YOU ARE HERE: LAT HomeCollections

Sniper Escapes After Latest Deadly Attack

Crime: The slaying at a gas station occurs just yards from a Virginia state trooper. If linked to the earlier cases, it will be the 10th; eight were fatal.


FREDERICKSBURG, Va. — The founder of a self-help organization for African Americans was killed by a sniper Friday morning, the latest in a series of public slayings that have spawned a new form of terror in the suburban communities ringing the nation's capital.

The brazen attack--the 10th in as many days in the Washington area--occurred within 50 yards of a state trooper who was working the scene of a traffic accident on the other side of a nearby highway.

A small army of law enforcement officers scrambled to seal off nearby highways in an effort to corral a white van seen speeding away with two men inside. But the van, said to resemble a similar vehicle seen at some of the other shootings, eluded authorities.

Although police said they had not determined whether the man was felled by the same person believed responsible for the previous attacks, the shooting deepened the sense of frustration and fear gripping the Washington area.

"With a uniformed trooper directly across the street, obviously we're dealing with an individual who's extremely violent and doesn't care," said Maj. Howard Smith of the Spotsylvania County sheriff's office.

Like the previous nine attacks, this one involved a single shot from a high-powered rifle. Like three of the previous nine, this one occurred at a service station. Like all but two of the previous nine, the victim died.

A spokeswoman for Virginia Gov. Mark Warner said more bullet fragments were recovered from Friday's crime scene than from the other sniper attacks. An analysis of the ballistic evidence was expected to be released today.

Friends of the family identified the victim as Kenneth H. Bridges, 53, of Philadelphia. Bridges, a graduate of the Wharton business school, was president and chairman of Matah Network, an organization he founded in 1997 to promote black-owned business enterprises and to encourage black self-sufficiency.

Bridges, a father of six, was driving to Philadelphia on a business trip. His wife had expressed concern about his travel through the Washington area in light of the recent shootings, his friends said at a Philadelphia news conference.

"It's a real tragedy for the family, for us, for all kinds of well-meaning people," said Gregory Montgomery, chief operations officer of Matah. "A guy like Ken didn't have a bone of malice in his body."

After the shooting Friday, officials sealed off exits and entrances to nearby highways and interstates, backing up traffic for miles. Motorists waited, sometimes for hours, to get through police checkpoints on the major highways along the East Coast.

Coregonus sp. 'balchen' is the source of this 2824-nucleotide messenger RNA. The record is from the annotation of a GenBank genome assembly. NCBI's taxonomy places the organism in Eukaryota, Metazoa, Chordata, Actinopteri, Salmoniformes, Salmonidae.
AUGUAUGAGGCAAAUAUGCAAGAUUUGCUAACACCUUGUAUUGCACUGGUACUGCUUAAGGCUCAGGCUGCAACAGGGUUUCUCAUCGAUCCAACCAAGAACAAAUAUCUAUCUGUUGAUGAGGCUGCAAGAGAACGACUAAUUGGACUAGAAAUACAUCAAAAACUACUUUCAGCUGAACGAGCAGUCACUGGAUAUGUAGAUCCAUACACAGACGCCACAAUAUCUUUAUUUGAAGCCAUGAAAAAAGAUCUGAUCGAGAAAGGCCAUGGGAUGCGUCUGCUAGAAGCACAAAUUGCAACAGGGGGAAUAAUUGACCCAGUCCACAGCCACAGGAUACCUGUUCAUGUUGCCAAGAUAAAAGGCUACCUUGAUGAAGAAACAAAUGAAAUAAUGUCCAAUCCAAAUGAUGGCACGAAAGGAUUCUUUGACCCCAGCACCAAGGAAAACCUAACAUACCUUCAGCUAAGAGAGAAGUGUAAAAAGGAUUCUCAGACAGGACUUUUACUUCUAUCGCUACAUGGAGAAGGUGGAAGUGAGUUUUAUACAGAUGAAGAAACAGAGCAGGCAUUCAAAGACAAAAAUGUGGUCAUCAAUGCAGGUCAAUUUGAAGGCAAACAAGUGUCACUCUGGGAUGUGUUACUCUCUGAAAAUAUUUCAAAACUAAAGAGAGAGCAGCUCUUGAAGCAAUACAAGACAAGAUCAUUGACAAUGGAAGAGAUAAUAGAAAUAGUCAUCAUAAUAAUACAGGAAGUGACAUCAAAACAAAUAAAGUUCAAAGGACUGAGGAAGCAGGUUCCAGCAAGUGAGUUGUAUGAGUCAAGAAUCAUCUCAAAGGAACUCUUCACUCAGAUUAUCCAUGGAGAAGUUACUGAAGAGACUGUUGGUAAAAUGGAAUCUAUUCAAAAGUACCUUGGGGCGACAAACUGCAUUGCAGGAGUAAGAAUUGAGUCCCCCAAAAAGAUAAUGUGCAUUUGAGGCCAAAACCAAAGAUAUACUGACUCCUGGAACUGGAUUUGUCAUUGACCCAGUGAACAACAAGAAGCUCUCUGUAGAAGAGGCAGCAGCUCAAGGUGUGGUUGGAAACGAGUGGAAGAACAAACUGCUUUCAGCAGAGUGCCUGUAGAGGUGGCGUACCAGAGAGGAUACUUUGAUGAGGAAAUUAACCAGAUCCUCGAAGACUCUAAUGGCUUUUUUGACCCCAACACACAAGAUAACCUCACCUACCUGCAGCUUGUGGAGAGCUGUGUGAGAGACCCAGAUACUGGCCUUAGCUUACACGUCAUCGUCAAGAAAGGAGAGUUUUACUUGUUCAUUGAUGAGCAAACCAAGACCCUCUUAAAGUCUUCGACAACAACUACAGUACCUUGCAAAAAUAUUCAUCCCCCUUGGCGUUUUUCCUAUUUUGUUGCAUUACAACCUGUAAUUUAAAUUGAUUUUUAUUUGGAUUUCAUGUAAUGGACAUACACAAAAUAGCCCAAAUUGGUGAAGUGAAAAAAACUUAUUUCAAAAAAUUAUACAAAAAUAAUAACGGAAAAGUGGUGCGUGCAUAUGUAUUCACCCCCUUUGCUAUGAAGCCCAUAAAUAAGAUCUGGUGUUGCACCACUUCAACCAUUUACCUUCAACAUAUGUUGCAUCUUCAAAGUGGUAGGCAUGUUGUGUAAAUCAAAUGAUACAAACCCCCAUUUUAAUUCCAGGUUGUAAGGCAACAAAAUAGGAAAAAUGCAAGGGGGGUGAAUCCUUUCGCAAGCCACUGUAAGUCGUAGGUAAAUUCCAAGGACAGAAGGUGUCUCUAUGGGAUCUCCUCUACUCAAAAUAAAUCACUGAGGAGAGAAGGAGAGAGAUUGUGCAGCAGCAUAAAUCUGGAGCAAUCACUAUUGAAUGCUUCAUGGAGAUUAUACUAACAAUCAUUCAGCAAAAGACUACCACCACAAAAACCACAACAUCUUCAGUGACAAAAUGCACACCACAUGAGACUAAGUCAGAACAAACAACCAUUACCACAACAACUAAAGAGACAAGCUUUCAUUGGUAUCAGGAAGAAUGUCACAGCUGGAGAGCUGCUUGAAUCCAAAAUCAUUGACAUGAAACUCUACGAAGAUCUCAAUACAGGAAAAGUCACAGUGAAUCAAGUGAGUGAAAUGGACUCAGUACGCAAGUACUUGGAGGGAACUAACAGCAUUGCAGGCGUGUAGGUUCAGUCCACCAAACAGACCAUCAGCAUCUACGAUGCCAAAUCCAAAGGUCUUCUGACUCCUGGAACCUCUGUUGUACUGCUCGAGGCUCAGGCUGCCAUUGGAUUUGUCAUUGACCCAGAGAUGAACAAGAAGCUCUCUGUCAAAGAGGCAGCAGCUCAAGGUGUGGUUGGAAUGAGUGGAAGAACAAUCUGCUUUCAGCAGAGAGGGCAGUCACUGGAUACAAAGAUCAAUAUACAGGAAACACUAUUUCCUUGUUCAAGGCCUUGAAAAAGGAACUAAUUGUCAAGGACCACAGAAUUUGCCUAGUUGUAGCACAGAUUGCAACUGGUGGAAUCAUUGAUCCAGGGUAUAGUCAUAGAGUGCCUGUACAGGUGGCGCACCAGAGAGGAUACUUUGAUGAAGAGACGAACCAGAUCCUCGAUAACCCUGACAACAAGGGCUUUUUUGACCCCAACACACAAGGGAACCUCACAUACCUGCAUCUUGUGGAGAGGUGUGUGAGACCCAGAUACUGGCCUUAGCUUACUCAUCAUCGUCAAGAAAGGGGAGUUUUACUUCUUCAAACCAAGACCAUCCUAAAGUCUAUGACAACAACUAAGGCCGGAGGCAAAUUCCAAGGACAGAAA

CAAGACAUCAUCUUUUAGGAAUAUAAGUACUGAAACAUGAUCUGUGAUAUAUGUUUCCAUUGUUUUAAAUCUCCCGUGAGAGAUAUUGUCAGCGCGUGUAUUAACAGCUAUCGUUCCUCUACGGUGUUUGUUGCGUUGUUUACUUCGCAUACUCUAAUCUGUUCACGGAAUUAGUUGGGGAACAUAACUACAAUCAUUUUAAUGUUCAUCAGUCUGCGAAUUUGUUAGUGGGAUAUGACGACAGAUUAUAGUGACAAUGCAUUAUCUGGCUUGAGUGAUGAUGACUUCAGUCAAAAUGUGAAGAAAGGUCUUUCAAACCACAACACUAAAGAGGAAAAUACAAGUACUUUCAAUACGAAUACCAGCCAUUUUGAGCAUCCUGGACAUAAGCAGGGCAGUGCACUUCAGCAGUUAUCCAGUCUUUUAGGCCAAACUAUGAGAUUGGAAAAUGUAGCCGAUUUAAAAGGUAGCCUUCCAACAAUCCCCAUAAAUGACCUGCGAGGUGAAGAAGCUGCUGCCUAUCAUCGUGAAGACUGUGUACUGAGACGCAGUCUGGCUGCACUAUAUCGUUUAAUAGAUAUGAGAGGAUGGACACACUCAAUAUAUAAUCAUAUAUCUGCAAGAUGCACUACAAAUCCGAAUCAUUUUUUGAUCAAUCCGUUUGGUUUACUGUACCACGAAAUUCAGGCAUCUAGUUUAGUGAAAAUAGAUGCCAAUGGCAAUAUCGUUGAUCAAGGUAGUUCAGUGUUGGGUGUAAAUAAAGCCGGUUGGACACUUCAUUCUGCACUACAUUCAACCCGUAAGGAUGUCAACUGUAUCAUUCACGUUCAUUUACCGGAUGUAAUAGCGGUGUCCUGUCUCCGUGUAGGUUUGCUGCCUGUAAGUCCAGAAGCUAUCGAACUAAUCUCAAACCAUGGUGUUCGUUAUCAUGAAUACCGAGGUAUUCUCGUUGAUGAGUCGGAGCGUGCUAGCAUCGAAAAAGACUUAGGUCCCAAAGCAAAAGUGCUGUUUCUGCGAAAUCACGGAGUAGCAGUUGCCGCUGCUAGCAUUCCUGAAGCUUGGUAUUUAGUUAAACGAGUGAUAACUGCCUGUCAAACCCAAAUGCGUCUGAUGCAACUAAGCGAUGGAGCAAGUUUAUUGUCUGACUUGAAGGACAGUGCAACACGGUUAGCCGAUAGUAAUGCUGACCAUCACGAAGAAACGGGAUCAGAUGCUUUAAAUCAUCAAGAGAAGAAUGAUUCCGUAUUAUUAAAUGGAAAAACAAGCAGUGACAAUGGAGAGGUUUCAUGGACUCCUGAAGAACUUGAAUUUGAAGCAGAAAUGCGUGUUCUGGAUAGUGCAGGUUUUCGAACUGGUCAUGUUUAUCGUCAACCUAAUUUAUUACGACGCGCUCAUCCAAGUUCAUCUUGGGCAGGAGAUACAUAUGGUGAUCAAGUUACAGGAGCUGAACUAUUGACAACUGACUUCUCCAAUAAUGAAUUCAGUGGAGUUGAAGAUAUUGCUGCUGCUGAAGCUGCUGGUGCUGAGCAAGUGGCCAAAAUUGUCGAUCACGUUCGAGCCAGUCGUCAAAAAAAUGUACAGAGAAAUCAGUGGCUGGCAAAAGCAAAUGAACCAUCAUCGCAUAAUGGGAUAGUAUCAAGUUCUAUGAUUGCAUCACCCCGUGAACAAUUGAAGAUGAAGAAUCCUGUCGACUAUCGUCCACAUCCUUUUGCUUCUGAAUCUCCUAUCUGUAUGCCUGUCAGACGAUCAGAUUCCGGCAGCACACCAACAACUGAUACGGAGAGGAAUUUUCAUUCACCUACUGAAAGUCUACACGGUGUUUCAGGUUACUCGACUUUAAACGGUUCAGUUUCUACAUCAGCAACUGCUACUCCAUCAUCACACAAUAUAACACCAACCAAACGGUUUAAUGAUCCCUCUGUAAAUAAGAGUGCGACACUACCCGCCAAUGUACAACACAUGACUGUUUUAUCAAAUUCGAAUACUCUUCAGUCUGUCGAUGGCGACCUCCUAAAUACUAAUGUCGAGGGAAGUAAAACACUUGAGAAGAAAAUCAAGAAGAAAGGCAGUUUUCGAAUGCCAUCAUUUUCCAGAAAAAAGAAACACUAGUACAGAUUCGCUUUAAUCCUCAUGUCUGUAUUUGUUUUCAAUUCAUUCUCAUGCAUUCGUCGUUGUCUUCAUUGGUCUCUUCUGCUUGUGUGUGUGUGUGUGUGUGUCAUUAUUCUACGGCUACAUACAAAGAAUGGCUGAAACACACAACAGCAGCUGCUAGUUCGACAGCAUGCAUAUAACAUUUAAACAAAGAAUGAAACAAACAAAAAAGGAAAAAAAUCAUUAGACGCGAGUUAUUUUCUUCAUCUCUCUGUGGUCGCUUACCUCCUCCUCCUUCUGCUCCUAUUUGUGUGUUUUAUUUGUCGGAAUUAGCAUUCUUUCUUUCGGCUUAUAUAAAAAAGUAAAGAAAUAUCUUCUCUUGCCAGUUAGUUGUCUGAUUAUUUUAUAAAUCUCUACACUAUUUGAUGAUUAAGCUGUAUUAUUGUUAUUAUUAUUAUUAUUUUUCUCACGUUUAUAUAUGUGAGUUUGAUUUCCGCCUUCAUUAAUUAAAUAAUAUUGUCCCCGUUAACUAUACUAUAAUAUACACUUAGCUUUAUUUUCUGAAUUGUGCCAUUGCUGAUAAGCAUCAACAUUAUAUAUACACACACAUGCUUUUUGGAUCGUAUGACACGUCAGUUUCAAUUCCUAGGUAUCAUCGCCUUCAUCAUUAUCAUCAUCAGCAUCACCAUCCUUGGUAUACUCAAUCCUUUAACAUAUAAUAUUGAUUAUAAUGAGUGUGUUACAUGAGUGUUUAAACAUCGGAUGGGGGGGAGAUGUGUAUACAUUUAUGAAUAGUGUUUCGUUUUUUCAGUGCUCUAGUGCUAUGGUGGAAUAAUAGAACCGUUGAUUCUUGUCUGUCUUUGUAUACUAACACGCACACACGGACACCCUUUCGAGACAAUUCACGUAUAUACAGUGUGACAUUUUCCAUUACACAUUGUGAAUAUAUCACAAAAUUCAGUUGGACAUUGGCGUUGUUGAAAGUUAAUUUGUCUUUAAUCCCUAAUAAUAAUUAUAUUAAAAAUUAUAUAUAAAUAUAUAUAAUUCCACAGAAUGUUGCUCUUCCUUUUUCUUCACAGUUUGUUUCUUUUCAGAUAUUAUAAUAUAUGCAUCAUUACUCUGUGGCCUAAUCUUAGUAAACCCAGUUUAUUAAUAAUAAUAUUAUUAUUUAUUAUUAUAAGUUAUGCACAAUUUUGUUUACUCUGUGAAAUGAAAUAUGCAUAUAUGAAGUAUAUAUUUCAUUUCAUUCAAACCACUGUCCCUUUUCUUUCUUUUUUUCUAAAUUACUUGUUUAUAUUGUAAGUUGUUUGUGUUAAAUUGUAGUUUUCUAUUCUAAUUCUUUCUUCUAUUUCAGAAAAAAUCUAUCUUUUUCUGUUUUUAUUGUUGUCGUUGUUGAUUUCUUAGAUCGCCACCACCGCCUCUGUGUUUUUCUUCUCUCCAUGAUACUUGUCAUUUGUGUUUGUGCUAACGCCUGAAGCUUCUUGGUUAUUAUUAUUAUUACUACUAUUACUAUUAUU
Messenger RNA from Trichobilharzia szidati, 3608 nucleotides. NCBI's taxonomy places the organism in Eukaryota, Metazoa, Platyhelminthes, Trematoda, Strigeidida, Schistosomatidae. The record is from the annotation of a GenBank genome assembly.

Schools imposed immediate "lock-downs" requiring all students to stay inside. Friday night football games and other weekend outdoor sporting events were canceled.

Authorities urged citizens to be extra vigilant and to report anything they considered unusual. They were particularly interested in any sightings of a white Chevrolet Astro cargo van with ladder mounts on the roof.

At the White House, the killings have become a part of President Bush's daily FBI briefing, which until now has focused almost entirely on the war against terrorism.

"The president's heart goes out to the victims of these shootings and to their families and to their loved ones," Press Secretary Ari Fleischer said. "He understands how deeply troubling this is for the community and for people around the country."

Bush was informed about the latest shooting shortly after it happened, Fleischer said.

Officials said Bridges was shot at 9:23 a.m. while fueling his silver Buick at the Four Mile Fork Exxon station on the outskirts of Fredericksburg, about 50 miles south of Washington.

The site, near the intersection of heavily traveled Interstate 95 and U.S. 1, was just one interstate exit away from the Michael's craft store parking lot where a 43-year-old woman was shot a week earlier.

Inside the cashier's booth at the Exxon station, 35-year-old Sandra Fortune heard what sounded like a tire blowout, according to her father, Eddie Fortune of Fredericksburg.

She looked up and saw Bridges sprawled in the center lane of gas pumps. "She saw the man die," her father said.

Greg Williams was sitting in his van outside a Denny's restaurant on the other side of U.S. 1 when he heard what sounded like a gunshot or a firecracker.

"I just looked over to the gas station, and saw the man lying there," said Williams, 39, who is doing remodeling work at the restaurant. Bridges lay on the pavement near his four-door sedan, the handle of the gas pump still inserted in its side.

"Police got there real quick," he said. "I'd say within 40 seconds."

Williams, who lives in Maryland, said he is a hunter and is familiar with guns. He said he thinks the shot was fired by someone on his side of the street, perhaps near a stoplight on U.S. 1.

When he heard the shot, he immediately thought about the sniper. "I was hoping it wasn't him," Williams said.

Los Angeles Times Articles